Welcome, to this, our second issue of The Copenhagen Review.

The presiding spirits from the living past are Henrik Steffens, Novalis and Coleridge.

Thus this issue is, in some ways,  an “historical issue”.  And yet we bring you, as well,  three poets of our time, Lene Henningsen from Denmark, Medbh McGuckian from Ireland and Jon Eirik Lundberg from Norway. 

And please note: The Copenhagen Review is now accepting contributions for our next issue. Remember the texts should be written in either English, Danish, Swedish, Norwegian or German. And they should not be too long. We encourage writers to write in their own language. Send contributions to submission@copenhagenreview.com.

Steffens. Henrik, Heinrich or Heinrik. His elusiveness begins with his name. Norwegian or Danish or German? He was born on May 2, 1773 in Norway of Danish parentage.  Thus he was born exactly one year after Novalis (Friedrich von Hardenberg).

His genius was really a conversational genius; he was a seed thrower, an inspirer, a connector, a mercurial figure, weaving among giants, disappearing then into the obscurity of death. For after his death Henrik Steffens was utterly forgotten. And yet it was Steffens, of whom his cousin N.F.S. Grundtvig said, that if you want to understand the spiritual and intellectual life of Denmark, you have to go back to Steffens. He was a friend and colleague of both Novalis and Goethe and was greatly esteemed by Coleridge. And yet, nearly all of Steffens’ work is out of print.

Which is why we bring the passages we do.

We bring a translation from one of the books that fascinated Coleredge, a talk Steffens’ held for his university students on the subject of what a true university should be.

The spirit of Steffens is the spirit of absolute individual freedom. That will become clear to the reader. It is a spirit that is not wholly useless to our own times.

In addition to The University, we include two passages, in German, from Steffens’ memoires, Was Ich Erlebte (What I Experienced).The first is a description of Novalis. The second recounts an experience with the philosopher Johann Gottlieb Fichte.  We could have brought other interesting passages, his descriptions of  Goethe, Schelling, the Schlegels, or the tale of  how he, Professor Steffens, rallied the citizens of Halle to chase Napoleon all the way to Paris.

In addition to the passages we have selected by Henrik Steffens, we have selected some of the poetry of Novalis. We bring the first part of Novalis’ great poem Hymns To The Night, in English translation.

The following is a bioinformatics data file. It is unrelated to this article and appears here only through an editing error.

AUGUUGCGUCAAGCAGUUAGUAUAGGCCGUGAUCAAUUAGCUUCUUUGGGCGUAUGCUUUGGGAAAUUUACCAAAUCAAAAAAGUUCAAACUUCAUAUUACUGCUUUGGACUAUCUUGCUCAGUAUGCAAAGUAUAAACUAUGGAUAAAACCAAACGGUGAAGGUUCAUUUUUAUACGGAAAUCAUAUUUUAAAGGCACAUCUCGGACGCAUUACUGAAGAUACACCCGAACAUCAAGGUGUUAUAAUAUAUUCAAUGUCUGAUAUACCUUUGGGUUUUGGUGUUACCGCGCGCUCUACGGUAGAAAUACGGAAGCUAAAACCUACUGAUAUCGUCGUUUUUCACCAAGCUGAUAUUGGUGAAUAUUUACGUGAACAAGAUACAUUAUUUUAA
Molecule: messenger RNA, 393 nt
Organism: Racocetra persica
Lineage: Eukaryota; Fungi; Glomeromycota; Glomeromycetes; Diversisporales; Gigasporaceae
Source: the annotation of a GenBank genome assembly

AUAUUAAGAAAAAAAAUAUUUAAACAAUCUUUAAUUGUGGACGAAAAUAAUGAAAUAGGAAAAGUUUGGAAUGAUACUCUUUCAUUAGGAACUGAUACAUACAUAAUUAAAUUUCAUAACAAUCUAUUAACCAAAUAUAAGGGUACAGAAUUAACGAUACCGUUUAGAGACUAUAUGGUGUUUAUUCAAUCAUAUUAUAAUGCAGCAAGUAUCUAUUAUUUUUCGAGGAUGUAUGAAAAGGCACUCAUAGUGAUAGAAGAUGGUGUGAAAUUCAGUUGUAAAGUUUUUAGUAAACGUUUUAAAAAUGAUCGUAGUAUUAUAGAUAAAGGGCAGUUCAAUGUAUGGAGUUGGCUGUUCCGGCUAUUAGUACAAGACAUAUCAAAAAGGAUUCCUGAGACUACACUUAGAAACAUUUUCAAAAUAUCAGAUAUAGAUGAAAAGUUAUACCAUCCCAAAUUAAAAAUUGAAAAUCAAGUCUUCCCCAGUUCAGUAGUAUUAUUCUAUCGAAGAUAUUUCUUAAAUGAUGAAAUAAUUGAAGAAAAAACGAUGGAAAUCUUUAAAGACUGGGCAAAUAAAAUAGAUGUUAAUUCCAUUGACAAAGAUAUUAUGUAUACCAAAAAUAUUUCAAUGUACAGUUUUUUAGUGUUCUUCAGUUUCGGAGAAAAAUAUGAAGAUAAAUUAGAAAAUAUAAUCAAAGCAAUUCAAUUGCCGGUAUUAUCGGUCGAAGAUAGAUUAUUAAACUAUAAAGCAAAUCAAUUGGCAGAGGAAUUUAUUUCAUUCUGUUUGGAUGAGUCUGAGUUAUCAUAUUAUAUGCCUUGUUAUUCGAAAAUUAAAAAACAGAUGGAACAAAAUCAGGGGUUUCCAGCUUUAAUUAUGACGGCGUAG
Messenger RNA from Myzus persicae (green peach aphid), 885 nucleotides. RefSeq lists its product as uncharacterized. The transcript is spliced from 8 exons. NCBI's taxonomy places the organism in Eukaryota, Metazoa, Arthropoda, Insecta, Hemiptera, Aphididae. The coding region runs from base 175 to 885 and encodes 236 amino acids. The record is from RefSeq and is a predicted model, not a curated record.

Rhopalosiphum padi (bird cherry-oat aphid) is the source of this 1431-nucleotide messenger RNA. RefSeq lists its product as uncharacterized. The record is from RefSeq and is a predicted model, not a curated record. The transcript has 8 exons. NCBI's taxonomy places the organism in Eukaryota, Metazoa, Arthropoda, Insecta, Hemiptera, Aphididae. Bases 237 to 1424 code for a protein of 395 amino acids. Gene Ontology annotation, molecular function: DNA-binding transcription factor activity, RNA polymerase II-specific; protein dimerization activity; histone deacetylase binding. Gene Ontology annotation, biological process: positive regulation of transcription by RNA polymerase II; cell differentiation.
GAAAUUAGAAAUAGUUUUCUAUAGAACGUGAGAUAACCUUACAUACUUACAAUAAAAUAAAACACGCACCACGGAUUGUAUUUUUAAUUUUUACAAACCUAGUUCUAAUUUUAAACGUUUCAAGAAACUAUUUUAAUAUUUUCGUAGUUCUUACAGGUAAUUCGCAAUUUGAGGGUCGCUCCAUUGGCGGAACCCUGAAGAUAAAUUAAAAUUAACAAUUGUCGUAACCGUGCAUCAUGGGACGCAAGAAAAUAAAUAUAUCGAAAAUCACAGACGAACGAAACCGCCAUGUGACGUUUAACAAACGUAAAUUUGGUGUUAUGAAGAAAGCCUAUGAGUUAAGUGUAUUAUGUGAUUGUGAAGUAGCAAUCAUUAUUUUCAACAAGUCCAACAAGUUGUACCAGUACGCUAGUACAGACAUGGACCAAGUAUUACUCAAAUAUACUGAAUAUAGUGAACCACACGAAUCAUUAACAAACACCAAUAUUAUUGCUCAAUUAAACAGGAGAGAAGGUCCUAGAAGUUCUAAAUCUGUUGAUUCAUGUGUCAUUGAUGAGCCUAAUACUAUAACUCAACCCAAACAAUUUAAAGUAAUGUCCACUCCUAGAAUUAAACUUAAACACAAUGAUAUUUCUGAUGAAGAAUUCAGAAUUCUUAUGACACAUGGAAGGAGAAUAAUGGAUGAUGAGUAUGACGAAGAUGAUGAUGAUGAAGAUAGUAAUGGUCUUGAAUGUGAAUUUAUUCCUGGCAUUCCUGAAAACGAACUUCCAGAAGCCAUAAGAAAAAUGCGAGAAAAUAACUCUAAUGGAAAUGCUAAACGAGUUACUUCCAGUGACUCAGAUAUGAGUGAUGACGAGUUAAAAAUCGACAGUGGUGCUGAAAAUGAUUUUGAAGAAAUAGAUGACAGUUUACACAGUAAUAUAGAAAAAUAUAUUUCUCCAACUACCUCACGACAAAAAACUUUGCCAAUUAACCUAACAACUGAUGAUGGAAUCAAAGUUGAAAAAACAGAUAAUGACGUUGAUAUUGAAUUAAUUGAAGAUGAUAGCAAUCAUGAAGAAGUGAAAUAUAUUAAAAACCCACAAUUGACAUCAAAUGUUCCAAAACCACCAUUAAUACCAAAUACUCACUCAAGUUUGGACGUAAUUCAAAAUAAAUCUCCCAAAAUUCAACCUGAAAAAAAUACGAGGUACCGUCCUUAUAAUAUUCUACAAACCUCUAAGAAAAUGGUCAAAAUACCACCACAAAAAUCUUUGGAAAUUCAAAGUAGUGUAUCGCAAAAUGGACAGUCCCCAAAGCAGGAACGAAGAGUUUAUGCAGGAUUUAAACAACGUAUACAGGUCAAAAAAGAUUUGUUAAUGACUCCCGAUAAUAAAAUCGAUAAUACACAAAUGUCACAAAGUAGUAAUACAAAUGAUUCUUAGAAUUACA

Thus we bring samplings of two significant individuals in the clustering of men and women in the years around 1800 in Jena.

For something extraordinary took place in Weimar and Jena around the final decade of the 1800th century. There are  places  that bring together a configuration of individuals, able to bring something healthy and inspiring into this world. In the case of Jena-Weimar, it was a world that included Hegel, Fichte, the Schlegels, Schleiermacher, Novalis, Steffens, Goethe, Schiller, Hölderlin, Dorothea Schlegel (Moses Mendelssohn’s daughter) Caroline Schlegel and many others. All of these people knew one another. They were all inspired by a common something. A spirit or inspiration difficult to describe and seldom mentioned.

War, in the form of Napoleon, came raging over them and many of these bearers of new ideas dispersed to other places, Berlin, Munich, Paris…to pick up the pieces and carry the work further. And what was the nature of their work? Let the reader find the answer if he wishes.

We bring you also something from our times:

We bring in Danish and English, the Danish poet Lene Henningsen’s crystalline meditations on a drawing of her compatriot, the graphic artist Birgitte Thorlacius.

Medbh McGuckian is one of Ireland’s true gifts to the world. We include three new poems by her and send her warm greetings from Copenhagen.

Jon Eirik Lundberg is a Norwegian poet living in Denmark. We bring you his incisive poem Danmarks Radio, in Danish.

Lene Henningen had an interesting conversation with Norwegian pianist Leif Ove Andsnes on the subject of poetry and music. She has worked her reflections on this  exchange into a new form of interview. We bring her Reflections About Poetry and Music in both English and Danish.

So this is what we have brought you. We thank you for your encouraging responses to our new venture, The Copenhagen Review

The Editor